_BLYTHEVTLLB (ARK.) COURIER NEWt FRIDAY, SEPTEMBER Mi 1W I State Democrats Toss Dixiecrats Out of Party Dkcord Marfti Mev« To Op*n M«mb«r*kip To By JIM THOMASSON rjTOJ! ROCK, Sept, M, W — Affcanau Democrats read the Dixie- crafa out of the state party today — bJt hot without creating one note of discord in the otherwise har- monloui state convention. Amb Outhrldge. Little Rock fur- nrture dealer and Arkansas Dixie - erat leader, bitterly denounced a proposed resolution to open party membership to Negroes. Shouts of "throw him out" punctuated hts attack on "Harry Truman, Leon Henderson, Denn Ache- ton and Sid McMath for scuttling the Democratic Party." Th« resolution was adopted by the loudest "aye" vote of the otherwise routine convention. But also. thers was quite a scattering of "no" votei 'on the proposal— the only ones heard during the party session which opened yesterday. The convention also adopted a resolution requiring loyal state party members to support national party nominees. For several years. state party rules have required members to support only state par- 'ty nominees, and under this loophole, the Dixiecrats opposed President Truman while remaining stale party members in (rood standing, ' Party Lnyahy Requirement While Guthrldge made his fight on removal of the word "white" horn the party rules which restricted membership to white Democrats, the party loyalty requirement was the ultimatum to the DixJecraU. Previously, convention chairman Woyd Barham, Fort Smith, in his keynote address, had welcomed DinecraU to return to the party, but warned "they 1 must support our nominees, state, county as well as national." Bdneattonal BmeftU Favored In adopting the resouUInns com- niittee report, the convention also went on record as favoring full educational .opportunities lor ftU children, and changed the rules to permit Democrats to run as Independent where a nomination becomes Vacant after a primary election. ISarlur today. Sid McMath for' iaalty accepted the Democratic nom- for governor of Arkansas. • PM« S). Judges and Clerks for School Election Tuesday Are Named CHRISTMAS (OooUcHsM from p««* U wiH be limited to siae with the specified tit* to b« announced later. Last year's tpeoificaUont limited the signs »o tight Inches by three fee*. The group alxo discussed activity for the week before Christmas, •nd plan to promote carol singing •ach night If the co-operation of church choirs and other music troupe can be obtained. Under present plani, each organ- iMfcton win .be.assigned one night of the week to sing carols throughout the cHy, with the entire group meeting the Friday night before ChfictonM for co-ordinated carol- Truman Asked to Save Negro Gl from Firing Squad Death YORK, f*-, 8«pt. *». (*)—An Army lieutenant'! wife said today she has petitioned President Truman to set aside a court martial death sentence impo*ed on her husband for dlsobeyinc battle orders in Korea. The nature of UM orders wu not disclosed. Mrs. Kay Gilbert, mother of two and expecting a third child, turned her appeal over to Rep. James F. Lind (D-Pa), The Gilberts »re Negroes. Mr». Gilbert returned from Japan after the start of the Korean war. She quoted an Aug, & letter from her husband, "Firat Lieutenant l<on A. Gilbert, SI, attached to the 25th Division, as saying: "I am now under arrest for not carrying out an order which would hive led me and 11 other men to certain death. "I am In the most serious [rou- ble that a man In Korea or any place for that matter may be in. "If It would not have been for you and the children, I would have gone willingly but * man seems to place his family above all In these matters, "I was wondering how you would eta without me and how you would support the kids and knowing you are with child, the situation be- c«me out of control snd I made Ihe decision that may cost me my freedom for years." In a later letter, Lieut. Gilbert told hla wife he had been sentenced to death Sept. « and would Be executed within a month. "Oo to the President himself" Gilbert urged ,hb wife, adding: "Thli 1s really the worst lhat could happen, so please do everything In any one's power to at least get my sentence cut down," Mrs. Gilbert contacted two York attorneys. They appealed lo Rep. Llnd. Llnd went lo the White Mouse. He also consulted wttti Defense Department officials at UM Pen- Ugon. Gilbert was a walUr at fch* Yorkiowne Hotel, York, when h* enlisted in the Army In 1*40. As later seri'ed with the Wnd Division In the Italian campaign and was honorably discharged M a second lieutenant In 1M4, He was recalled to service u a reservist In 1841 and promoted to first lieutenant before going to Japan. were afao discussed con- eerains; street. decorations which »« include brightly lighted gar- SHid« stretched acrc*s Main Street at regular distances and many other appropriate decorations to give the »own a Christmas appearance. Tt was orginally planned lo 'place Ohrtstma* trees on each of the light pouts on Main, but after consulting m dacoratloni expert, sponsors tie- elded bo forget thi« Idea for safety's Mke. It would have been difficult to place brackets to hold the trees properly on thi posts, and because ths posU are made of cast metal, an undue Btraln would have been placed on them. Barney Cockrell, Sr.. i s the chairman of the Christmas Promotion Committee, and Paul Kurd and J. L. Westbrook, Jr.. are in charge of the work on decorations. Judges and clerks for Mississippi County's school election Tuesday were named yesterday by the County Election Commission at a meeting in bsceola. Twenty eight polling places, In- :luding four In Blytheville and two .n Leachvllle, were designated by the commission for tt\e election which Is to select school board members in all 16 districts of the county. The school election will be run off in the same manner as general elections, with the polls opening at ) ajn. and closing at 6:30 p.m. The judges and. clerks selected yesterday arc: Osceola Court Hous* Judges — Arthur Rogers, Steve Bowker and Bill Thomas. Clerks—Tal Tongale and Clay Ayers. / , Cramer's Sloro Judgei—Allen Seagravee, Bill Cromer and Alex Gobte, Clerks—Hiram Alexander and Bill McMath. t.uxora Judges—Auten Chilwood, O. C. Driver Sr., and R. B. Whltmore. Clerks—With McDaniel and Jack Major*. Victoria Judges—W. O. Frailer, E. A. Pollard, and H. B. Anderson. Clerks—Paul McAfee, and Gilbert Lynch. ItlythfvllU Ward I Judges—E. R. Jones, Byron Morse and Fred Saliba. Clerics—Mrs. Jesse White and Mrs. Jess Homer. Ward II Judges—Max Logan, James Gardner and George Wiggs. Clerks—Mrs, Oscar Fendler. Mrs. Hermon Carlton. Ward III Judges—Gene Bradley, I. M. Terry and Ben Hall. Clerks—Mrs. Monroe Grain and Mrs. Don Smith. Ward IV Judge*—Charles Baggett, tester Biooks, and Wayne Dill. Clerks—Mrs. Leslie Moore and Mrs. W. W. Moore. Clear l.»kt Judges—L. T. Ellis, F. A. Rogers and D. J. Hodge. Clerks-^Mrs. Albert Burki and Mrs. Waller Lunjford. Number N'1»« Judges—John J. Moore, Percy Stovall and Fred Bean. Clerks—Mrs. Fred Bean and Mrs Tom Kelllck. Yarbro Judges—Richard Haynes. Htldred Bunch, and R. E. French. Clerks—Mrs. Buford Orr and Milton Bunch. Promised Land Judges—Walter Stewart. Carl Matthews and Lewis Ball. Clerks—Mrs. B. F. Fitjgerald, and Mrs. B. D. McGlwt. Gotnell Judges—Lee Ragan, Roy McKay and Fnle Wallace. Clerks—Mrs. Monnl* Sammons and Mr«. C. A. Moody. Armorrl Judges—Marion Dyer, Arthur Vance and Brick Wartdcll. Clerks—Bert Pennington and E . Hale. .Inlner Judge*—Aaron Eifling, Fort Dixon fltul Bill Ralph. Clerks— Mrs. J. B, Wilson and Mrs. George Tinsley. Manila Judges— Roscbe Whitney. Guy Robensteln and W. M. Davidson. Clerks— Elizabeth Mills and Clola McCormick. Dell Judges— The Rev. E. H. Hall, W. E, Carter «nd Mrs. Earl Brownlee. Clerks— Mrs. William T. Stewart and Mrs, Thomas Hicks. Judges— M. I. Upton.. Dcwey Stotts and D. O. Anderson. Clerks— H. G. Traylor and H. B. Rhoarles. Whlttcn Judges— W. R. McDaniel, J. R. Forrester and Albert Banks. Clerks— Ed Wright and Albert Banks. Kriiev Judges— C. F. Ford, R. p. Kennedy, and F. B. Crews. Clerks— C. B. Robinson and E. M Halsey. Rurdelle Judges— Hays Sullivan, Homer Tate, and u. H. Autry. Clerks— Mrs. C. F. Tompkins and Mrs. L. H. Tate. Etowai Judges— W. D. Tyer. B. S. Jackson and J. H. Lunsford. Clerks— E. W. Massey and Willie O'Banlon. No Teeth? You're Still in the Army WASHINGTON, • Sept. M, (*j_ Lack of teeth U no longer a t»r to induction into the Arinjr. An Annjr older' Issued Sept, IS, wh,lch has not yet reached all Induction centers, instructs draft of- flclaU to accept toothless) men who are otherwise At. This restore* standards allowed during World War n. A(t«r MM wwr, MM Ansr IU denisU 'stajsttei* InduetM *o thorn at leut U own ' teeth, «l«ht upper and lower one* directly opposite. tf has School Children's Visual Problems Are Discussed Members of the Northeast Arkansas Optometrlc Society, at a meeting In Joncsboro yesterday, discussed the visual problems confronting today's school childlren. It was pointed out at the meet- E that according lo 'surveys of the American optometric Association, the average school child must read 15 times more today than In 1900 and that visutvl problems of grnde school-aged children are Increasing in numbers. A letter from the Blytheville Junior Service Auxiliary was read at the meeting and in the letter It was reported that o! Ihe 1,318 Blytheville and Yarbro school children given eye tests by the Blytheville organization. 359 failed to pass the test. Attending the meeting from Mississippi County were Dr. Milton E. Webb, Blytheville, society. president: Dr. J. C. Guard. Blytheville and Dr. J. a. Hughes of Osceola. Reservists to Get Physical Exams Two more Blytheville men have received orders to report for physical examinations preparatory to being transferred from the Army reserv* to active duty. Col. H. V. Logsden, commander Jonesboro Distrlc}, Army Reserve Corps, said that Marvin r. Hall, 2116 Carolyn Avenue, and Aubrey E. French. 122 West Cherry, have received orders to report for physical cxarrilantions. They ore to be at Army-Navy General Hospital In Hot Springs on Oct. 2. Box 1 Judges— Henry • Hoyt, W. W Cox and E. W. Kleffner. Clerks — Mrs. E. R. Shannon, and Mrs. Clem A. Edwards. Box 11 (Newsom's Store) Judges— Russ Crowel), Ruffi Newson and J. N. Foe. Clerks— Mrs. W. P. Carter and Mrs. Norman Bailey. Bo* Elder Judges— J. B. Young, w, M. Willyard and Willie crafton. Clerks— Miss Mary Mullini and Mrs. Lois Rauls. Brinkley Judges— N. O. May, J. M. Statler and R. J. Morgan. Clerks — O. A. Evans and Z, N. Stutz. Sllllman Judges — Lewis Bonds, Everett Young and H. T. Bonds. Clerks — Harry Bonds and Arthur H. Bonds. T>resa Judges — H. H. Crawford. Fraak Tyler and W. G. Cower. Clerks — Eric Davis, and Tas« Anderson. 3,980 Arkonsans To Get Physical LITTLE ROCK. Sept. 22. (Iff— A total of 3,960 Arkansans'will be'ex- amined to insure filling of an expanded draft call of 738 for November. Original quota was 581 and 2,905 men were lo be examined for it. After the quota was expanded, a supplementary cull was issued yesterday to Arkansas' 77 draft boards for 1,075 more men. Examinations will be given the first two weeks of October. A.Stnt Minister Called Back into Army The former minister of the ¥ bro - Promised Land Methodist charge has been called back to active duty as an Army chaplain. He Is the Rev. LeRoy Henry, who left today to report to Fort Dix. N.J. The Rev. Mr. Henry holds the rank of captain in the Army's chaplain corps. He served the Yarbro-Promlsed Land charge for the past year. In July, he was transferred to the Truman Methodist Church, while serving with the Army In World War II, he saw overseas duty. The Rev. Mv.'.Henry Is married and the couple had two children. Mrs. Henry and their children will move to Marmnduke, where they will stay with her parents. Selective Service spokesman said the new cull Is expected to dip into the group of 21-year-olds. VAUDEVILLE Contlnueo from Page 1 the crowd showed il.s approval wax put on by a couple known pro/cs- sionslly as Phil and Doltie Phelps - Phil showed grtat skill in balancing a good-sized table nnd sleeping couch on his head while walking • over an automobile by means of steps placed over the auto for that purpose. The Marvels, a group of three men and an equal number of women, amazed the crowd with their exploit* on the teeter boards In a balancing act. The feature of the act. WM the !eat of Hipping one ol the young ladies blindfolded from the tnd of teter board and causing her to land upright In a chair some 1& feet in the air after she had turned several flips. The Noble Trio, two niucnlu and one feminine performer, put on several breathtaking stunlj from horizontal bars, and Carrol anc Rose put on on exhibition of skill ful rope and whip handling. Larr; Grlswald provided the comedy fo the evening and his antics on ai assimilated diving board kept thi . crowd laughing. Background music was provider by Jerry Carmack on his Hammon organ. Mr. Carmack's ability ha Tron him world scc!Mm. ''•. Mr. Blaylock termed this grou »s the "greatest ever lo perform here." Watermelons are grown comme tor tto »oM p*rt ia 33 >Utes FAIR Continued from Pas« 1 and Nod en a. On tap (or tomorrow afternoon are the mtrtget auto races. This part of the program will get tinder way at 1 p.m., and will include eight races- More races are scheduled for Sunday afternoon. These races will be held on the iu.U-n.Ile track which extends !n oval shape around the area. In front of the grandstand. Admission to the races will b« ji per person. : ormosa Brings Strange Partnership NEW YORK. Sept. 22. MV-Na- ionalist China and Soviet Russia, suslly the bitterest of enemies In he United Nations, art ejcpected to oin today to oppose an American ttcmpt to hand over the Formosa iroblem to the General Assembly. Both China and Russia insist hat the Pacific Island Is Chinese erritory and therefore Ihe U.K. has 10 right to Interfere in Us problems, foreover both counties hive their wn Chinese Items they want put Nationally Advertised SHOES REDUCED on the agenda. Chiang Kai-shek's representatives oppose U.N. discussion becavise the \ Island Is the last stronghold of the ] Nationalist government and they' wnni to maintain legal title to it. The Russians Insist. Formosa Is i Chinese territory because they want! the Communist government, nt Pei- ' ping, which they claim Is the only legal government of China, lo take ; It over without lnternatlon.il opposition. NOW AVAILAB (/oc<r LE: Scores of Popular Styles by JARMAN and CITY CLUB Made to Sell Nationally at 12 95 Now Specially ^ Priced 095 MENS STORE FRED SANDEFUR, Mgr. You «f our famout Steiton Whippet at tporting anntt, ui ojfict building* and tiuatrt lobbiet.tuerywlurt. And in wery lituation it teems to bring out the heft ftaturtt and individuality of Ihe wearer. See for yourtetf why Ifi4 Whippet it America's bai-ullint hat. t-r. t FETSON The STETSON Whippet *10 with the exclusive new Piped Binding • SIO.OO It's the last word in hal »tyl« . . . the famouft Kno* "Foxhound,"' with a trim line of harmonizing color, piping (he grotgrain binding, and two-lone cross-bow.. Come, in and chooM from our Kelection of new color combtMtioo*. Well custom-fit yon. 0»W X— Jto,. MEAD'S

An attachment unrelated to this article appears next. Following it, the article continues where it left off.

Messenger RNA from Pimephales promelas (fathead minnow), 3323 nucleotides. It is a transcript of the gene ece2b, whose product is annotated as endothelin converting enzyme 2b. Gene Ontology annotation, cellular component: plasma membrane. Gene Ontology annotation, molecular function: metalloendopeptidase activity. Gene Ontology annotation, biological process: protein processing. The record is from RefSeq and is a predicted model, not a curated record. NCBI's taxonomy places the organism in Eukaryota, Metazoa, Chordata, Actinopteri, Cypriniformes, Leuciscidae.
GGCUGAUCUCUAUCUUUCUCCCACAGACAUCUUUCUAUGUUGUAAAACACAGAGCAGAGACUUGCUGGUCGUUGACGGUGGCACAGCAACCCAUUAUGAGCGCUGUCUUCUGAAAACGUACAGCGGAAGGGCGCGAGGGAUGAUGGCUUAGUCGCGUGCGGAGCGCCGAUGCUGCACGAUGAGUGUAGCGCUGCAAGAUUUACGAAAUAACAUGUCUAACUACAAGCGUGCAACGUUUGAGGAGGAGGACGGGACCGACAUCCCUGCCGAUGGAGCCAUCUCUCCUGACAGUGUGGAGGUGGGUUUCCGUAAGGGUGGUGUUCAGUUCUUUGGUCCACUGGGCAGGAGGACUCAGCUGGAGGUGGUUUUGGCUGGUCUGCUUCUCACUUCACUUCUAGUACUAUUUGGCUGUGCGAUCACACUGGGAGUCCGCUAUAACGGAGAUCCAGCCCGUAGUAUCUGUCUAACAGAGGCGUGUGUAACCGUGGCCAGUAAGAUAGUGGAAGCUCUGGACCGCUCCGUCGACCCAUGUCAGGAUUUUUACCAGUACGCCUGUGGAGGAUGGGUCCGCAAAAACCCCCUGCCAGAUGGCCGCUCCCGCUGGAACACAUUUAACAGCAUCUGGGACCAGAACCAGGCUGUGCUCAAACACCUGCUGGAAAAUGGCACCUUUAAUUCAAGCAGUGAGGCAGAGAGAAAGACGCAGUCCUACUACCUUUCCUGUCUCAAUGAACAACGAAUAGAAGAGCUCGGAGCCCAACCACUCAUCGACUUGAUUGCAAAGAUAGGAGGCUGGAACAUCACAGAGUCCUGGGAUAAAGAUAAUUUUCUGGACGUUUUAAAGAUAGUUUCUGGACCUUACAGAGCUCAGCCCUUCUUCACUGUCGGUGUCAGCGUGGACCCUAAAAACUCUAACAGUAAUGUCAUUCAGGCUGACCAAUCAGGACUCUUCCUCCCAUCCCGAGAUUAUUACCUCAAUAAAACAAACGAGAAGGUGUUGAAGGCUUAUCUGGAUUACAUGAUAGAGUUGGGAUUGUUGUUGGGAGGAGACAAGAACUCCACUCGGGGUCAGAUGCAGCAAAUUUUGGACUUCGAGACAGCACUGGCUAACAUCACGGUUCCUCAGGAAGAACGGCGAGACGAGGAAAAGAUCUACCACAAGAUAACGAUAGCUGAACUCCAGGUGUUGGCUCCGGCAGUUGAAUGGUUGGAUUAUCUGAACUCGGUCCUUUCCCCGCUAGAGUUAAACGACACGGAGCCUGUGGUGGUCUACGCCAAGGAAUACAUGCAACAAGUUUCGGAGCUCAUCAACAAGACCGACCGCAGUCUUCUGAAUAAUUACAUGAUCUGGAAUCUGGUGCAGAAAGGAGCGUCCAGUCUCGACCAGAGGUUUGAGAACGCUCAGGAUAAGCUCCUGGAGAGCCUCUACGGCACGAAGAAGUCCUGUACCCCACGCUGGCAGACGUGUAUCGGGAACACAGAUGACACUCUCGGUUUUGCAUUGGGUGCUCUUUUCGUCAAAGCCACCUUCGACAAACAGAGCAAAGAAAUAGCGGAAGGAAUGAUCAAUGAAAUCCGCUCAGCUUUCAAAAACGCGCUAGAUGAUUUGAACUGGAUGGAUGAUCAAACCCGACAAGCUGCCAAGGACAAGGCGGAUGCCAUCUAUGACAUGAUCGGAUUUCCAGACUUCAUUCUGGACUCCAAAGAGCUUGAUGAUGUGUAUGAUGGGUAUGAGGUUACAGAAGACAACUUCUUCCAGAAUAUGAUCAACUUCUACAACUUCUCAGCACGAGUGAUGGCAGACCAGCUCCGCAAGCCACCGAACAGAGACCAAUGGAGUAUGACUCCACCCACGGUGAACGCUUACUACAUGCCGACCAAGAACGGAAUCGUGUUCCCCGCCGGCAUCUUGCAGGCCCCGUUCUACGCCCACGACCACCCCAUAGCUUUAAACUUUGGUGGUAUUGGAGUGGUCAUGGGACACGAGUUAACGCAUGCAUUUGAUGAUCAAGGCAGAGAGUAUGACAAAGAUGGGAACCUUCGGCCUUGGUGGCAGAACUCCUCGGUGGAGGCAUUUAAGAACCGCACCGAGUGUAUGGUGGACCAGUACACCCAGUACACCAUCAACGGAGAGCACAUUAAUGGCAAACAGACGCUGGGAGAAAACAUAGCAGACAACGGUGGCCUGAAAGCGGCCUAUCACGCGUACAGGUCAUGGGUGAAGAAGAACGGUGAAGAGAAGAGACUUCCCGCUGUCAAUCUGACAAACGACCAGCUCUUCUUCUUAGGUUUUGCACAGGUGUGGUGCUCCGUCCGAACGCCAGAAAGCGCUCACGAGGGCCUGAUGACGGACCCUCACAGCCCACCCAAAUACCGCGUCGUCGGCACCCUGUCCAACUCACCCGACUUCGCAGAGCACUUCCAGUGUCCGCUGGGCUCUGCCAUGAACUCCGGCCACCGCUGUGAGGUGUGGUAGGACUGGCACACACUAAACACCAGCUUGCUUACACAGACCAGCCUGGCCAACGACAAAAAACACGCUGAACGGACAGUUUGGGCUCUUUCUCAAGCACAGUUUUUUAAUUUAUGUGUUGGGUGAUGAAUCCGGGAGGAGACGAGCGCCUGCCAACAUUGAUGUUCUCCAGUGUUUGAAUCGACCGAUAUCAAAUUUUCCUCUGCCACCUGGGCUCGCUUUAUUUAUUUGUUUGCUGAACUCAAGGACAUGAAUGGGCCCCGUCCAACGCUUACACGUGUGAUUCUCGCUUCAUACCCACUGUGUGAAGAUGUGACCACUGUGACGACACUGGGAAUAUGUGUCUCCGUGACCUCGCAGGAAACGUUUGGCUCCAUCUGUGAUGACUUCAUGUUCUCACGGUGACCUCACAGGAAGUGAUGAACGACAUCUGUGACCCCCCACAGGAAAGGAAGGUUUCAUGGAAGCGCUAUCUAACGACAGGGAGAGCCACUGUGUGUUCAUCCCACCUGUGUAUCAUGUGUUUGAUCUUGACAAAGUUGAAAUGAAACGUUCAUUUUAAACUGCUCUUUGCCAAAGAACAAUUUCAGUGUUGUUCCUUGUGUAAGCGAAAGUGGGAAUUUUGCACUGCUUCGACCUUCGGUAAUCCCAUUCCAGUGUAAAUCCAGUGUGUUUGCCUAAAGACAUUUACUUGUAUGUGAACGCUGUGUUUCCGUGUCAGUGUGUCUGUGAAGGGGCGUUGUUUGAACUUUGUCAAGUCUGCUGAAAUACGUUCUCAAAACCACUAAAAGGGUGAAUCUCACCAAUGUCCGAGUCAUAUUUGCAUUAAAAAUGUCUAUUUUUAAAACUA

Get full access with a Free Trial

Start Free Trial

What members have found on this page